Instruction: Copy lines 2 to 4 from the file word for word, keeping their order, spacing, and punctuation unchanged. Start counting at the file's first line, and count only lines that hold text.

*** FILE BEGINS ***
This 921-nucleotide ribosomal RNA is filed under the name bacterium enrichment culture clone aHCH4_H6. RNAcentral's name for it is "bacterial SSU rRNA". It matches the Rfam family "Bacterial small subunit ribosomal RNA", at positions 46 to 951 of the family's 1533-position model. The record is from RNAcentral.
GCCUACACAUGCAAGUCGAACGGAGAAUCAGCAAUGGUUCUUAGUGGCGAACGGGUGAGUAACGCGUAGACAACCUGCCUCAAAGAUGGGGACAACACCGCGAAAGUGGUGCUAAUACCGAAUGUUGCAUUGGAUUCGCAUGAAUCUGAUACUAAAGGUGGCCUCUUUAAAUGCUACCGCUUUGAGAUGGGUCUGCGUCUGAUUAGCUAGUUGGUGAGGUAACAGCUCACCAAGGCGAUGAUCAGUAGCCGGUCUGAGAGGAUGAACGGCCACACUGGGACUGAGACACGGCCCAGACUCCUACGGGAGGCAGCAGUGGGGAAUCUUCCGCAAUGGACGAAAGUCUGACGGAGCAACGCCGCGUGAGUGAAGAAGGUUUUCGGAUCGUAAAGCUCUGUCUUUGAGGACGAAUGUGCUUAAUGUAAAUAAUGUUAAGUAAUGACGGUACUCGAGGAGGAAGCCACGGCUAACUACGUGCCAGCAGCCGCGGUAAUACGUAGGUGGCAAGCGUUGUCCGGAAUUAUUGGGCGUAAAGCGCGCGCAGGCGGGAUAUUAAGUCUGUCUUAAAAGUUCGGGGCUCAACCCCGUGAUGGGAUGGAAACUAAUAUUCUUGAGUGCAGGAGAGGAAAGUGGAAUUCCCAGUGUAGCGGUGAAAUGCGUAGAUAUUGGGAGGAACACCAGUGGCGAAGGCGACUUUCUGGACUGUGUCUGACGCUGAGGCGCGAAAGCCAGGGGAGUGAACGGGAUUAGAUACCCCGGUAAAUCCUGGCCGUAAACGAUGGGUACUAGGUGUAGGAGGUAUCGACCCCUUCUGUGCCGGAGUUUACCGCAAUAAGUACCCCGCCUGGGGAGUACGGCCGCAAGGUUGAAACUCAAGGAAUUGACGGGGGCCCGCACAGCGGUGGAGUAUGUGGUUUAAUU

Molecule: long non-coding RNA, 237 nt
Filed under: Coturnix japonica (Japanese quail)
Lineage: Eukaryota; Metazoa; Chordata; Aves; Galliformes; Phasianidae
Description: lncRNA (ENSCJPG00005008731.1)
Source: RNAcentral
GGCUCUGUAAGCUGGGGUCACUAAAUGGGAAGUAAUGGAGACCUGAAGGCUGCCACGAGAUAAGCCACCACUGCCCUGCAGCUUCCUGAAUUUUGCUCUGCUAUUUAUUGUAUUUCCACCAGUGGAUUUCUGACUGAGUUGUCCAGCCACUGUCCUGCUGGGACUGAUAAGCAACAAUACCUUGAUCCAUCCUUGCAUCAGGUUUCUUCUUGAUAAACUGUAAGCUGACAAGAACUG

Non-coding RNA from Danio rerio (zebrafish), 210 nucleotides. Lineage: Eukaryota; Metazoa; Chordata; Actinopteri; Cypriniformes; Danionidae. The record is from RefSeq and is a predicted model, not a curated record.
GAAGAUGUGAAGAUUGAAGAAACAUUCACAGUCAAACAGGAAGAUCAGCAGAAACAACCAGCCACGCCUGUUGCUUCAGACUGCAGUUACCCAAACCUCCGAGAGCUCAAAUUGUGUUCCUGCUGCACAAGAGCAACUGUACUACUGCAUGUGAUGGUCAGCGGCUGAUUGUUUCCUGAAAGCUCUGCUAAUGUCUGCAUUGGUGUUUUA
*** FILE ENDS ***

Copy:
GCCUACACAUGCAAGUCGAACGGAGAAUCAGCAAUGGUUCUUAGUGGCGAACGGGUGAGUAACGCGUAGACAACCUGCCUCAAAGAUGGGGACAACACCGCGAAAGUGGUGCUAAUACCGAAUGUUGCAUUGGAUUCGCAUGAAUCUGAUACUAAAGGUGGCCUCUUUAAAUGCUACCGCUUUGAGAUGGGUCUGCGUCUGAUUAGCUAGUUGGUGAGGUAACAGCUCACCAAGGCGAUGAUCAGUAGCCGGUCUGAGAGGAUGAACGGCCACACUGGGACUGAGACACGGCCCAGACUCCUACGGGAGGCAGCAGUGGGGAAUCUUCCGCAAUGGACGAAAGUCUGACGGAGCAACGCCGCGUGAGUGAAGAAGGUUUUCGGAUCGUAAAGCUCUGUCUUUGAGGACGAAUGUGCUUAAUGUAAAUAAUGUUAAGUAAUGACGGUACUCGAGGAGGAAGCCACGGCUAACUACGUGCCAGCAGCCGCGGUAAUACGUAGGUGGCAAGCGUUGUCCGGAAUUAUUGGGCGUAAAGCGCGCGCAGGCGGGAUAUUAAGUCUGUCUUAAAAGUUCGGGGCUCAACCCCGUGAUGGGAUGGAAACUAAUAUUCUUGAGUGCAGGAGAGGAAAGUGGAAUUCCCAGUGUAGCGGUGAAAUGCGUAGAUAUUGGGAGGAACACCAGUGGCGAAGGCGACUUUCUGGACUGUGUCUGACGCUGAGGCGCGAAAGCCAGGGGAGUGAACGGGAUUAGAUACCCCGGUAAAUCCUGGCCGUAAACGAUGGGUACUAGGUGUAGGAGGUAUCGACCCCUUCUGUGCCGGAGUUUACCGCAAUAAGUACCCCGCCUGGGGAGUACGGCCGCAAGGUUGAAACUCAAGGAAUUGACGGGGGCCCGCACAGCGGUGGAGUAUGUGGUUUAAUU

Molecule: long non-coding RNA, 237 nt
Filed under: Coturnix japonica (Japanese quail)